First Line —
Capture a character in four details.
He let his beard grow and traveled to America, read Arthur Rimbaud, and wrote poems.
So begins the short story by Norwegian author Ari Behn, “When a Dollar Was a Big Deal.” In just one sentence, Behn creates an intriguing character that pulls the reader into the story. Rather than relying on generic details (“his hair was brown”), Behn chooses specific attributes (“he let his beard grow”) that give the reader a sense of action and agency. In fact, all four details are delivered as verbs.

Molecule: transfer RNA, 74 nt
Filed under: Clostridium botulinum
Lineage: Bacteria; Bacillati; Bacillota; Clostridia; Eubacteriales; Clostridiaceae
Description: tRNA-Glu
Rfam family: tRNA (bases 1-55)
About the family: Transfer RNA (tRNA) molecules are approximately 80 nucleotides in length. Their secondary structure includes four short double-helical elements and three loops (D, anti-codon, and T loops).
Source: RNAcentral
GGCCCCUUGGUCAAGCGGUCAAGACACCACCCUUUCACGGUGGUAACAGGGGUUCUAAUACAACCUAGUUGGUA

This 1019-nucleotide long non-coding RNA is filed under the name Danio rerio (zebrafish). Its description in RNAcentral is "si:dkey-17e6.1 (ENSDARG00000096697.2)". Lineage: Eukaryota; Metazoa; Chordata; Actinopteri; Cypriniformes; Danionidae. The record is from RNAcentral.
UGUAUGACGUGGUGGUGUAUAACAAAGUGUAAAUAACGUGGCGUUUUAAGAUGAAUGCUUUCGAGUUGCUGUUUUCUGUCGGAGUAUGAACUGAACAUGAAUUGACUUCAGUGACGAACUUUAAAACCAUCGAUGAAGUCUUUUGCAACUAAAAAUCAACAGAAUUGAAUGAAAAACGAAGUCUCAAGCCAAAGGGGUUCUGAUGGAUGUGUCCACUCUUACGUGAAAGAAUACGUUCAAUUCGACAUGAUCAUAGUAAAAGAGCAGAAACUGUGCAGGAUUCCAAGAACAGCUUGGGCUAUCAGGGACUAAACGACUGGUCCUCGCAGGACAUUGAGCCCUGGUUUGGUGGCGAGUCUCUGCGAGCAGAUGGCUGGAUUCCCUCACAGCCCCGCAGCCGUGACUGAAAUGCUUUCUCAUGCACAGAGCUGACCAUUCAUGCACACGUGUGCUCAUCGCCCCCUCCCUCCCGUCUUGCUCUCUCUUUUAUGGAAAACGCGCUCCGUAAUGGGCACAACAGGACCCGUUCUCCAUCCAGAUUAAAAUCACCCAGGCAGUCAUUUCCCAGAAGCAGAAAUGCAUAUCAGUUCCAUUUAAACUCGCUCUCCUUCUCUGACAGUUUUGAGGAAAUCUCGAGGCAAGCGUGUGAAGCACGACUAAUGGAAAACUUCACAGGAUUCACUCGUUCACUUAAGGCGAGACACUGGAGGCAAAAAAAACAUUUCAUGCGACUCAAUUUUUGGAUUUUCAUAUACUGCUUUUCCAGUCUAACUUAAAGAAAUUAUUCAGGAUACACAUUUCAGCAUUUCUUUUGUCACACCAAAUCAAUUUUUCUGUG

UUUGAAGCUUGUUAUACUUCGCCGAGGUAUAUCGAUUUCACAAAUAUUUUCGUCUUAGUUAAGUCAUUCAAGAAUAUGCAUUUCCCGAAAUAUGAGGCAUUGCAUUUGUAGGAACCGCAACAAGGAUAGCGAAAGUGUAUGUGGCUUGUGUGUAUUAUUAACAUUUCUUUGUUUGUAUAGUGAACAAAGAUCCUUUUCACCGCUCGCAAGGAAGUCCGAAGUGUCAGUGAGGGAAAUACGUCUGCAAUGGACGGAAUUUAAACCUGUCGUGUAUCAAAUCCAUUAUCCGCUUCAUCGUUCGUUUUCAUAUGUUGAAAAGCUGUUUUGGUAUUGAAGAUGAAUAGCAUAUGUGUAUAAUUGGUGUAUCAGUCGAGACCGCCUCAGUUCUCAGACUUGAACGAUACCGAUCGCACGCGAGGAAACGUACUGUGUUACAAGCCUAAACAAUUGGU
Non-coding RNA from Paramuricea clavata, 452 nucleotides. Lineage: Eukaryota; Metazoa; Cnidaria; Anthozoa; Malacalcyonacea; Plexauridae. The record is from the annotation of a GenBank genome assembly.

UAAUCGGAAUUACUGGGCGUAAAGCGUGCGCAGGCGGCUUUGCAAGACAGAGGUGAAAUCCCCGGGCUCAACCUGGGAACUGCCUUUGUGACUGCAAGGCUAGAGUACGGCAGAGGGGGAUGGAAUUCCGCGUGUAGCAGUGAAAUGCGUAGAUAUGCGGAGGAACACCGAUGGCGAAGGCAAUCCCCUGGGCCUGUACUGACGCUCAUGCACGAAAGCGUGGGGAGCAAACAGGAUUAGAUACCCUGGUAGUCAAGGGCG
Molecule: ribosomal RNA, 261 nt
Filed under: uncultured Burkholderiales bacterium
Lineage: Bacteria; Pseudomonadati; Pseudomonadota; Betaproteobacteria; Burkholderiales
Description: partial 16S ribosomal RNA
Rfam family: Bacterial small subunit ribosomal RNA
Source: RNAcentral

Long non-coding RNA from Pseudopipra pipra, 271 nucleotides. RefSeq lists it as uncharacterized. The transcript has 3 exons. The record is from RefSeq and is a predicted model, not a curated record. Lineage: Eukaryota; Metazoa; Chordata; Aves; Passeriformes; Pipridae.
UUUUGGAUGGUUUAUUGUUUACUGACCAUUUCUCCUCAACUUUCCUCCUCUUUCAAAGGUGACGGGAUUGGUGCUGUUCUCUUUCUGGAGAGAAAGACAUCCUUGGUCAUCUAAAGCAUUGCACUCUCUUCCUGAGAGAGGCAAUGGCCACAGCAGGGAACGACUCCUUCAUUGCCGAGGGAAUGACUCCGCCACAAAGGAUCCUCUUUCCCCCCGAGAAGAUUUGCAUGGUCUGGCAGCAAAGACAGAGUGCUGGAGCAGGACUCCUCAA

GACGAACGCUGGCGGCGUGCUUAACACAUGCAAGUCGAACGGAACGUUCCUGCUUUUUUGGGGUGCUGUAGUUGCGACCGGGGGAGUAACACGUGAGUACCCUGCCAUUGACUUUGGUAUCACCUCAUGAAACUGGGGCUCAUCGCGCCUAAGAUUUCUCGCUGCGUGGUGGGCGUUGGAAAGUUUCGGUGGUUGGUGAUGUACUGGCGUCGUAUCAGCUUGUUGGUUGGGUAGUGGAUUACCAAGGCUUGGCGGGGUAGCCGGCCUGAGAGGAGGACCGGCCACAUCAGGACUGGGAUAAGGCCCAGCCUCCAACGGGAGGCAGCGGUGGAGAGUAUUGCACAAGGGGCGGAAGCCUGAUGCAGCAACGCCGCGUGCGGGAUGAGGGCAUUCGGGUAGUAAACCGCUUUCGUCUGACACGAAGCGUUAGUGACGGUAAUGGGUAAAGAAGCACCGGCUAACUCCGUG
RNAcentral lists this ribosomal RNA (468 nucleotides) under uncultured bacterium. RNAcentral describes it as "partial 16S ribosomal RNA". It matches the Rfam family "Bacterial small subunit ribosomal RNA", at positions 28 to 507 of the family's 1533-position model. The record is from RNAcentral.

This week, dear writers, try your hand at beginning a short story with this same format: four details that capture a character. Extra kudos for using four verbs, as Tacita does here in "o the beloved":
She trimmed her hair, her nails, her fangs. She packed her bag full of everything she had left of what she loved. She ate her shadow, and then she left.
for more quartet examples from Tacita.)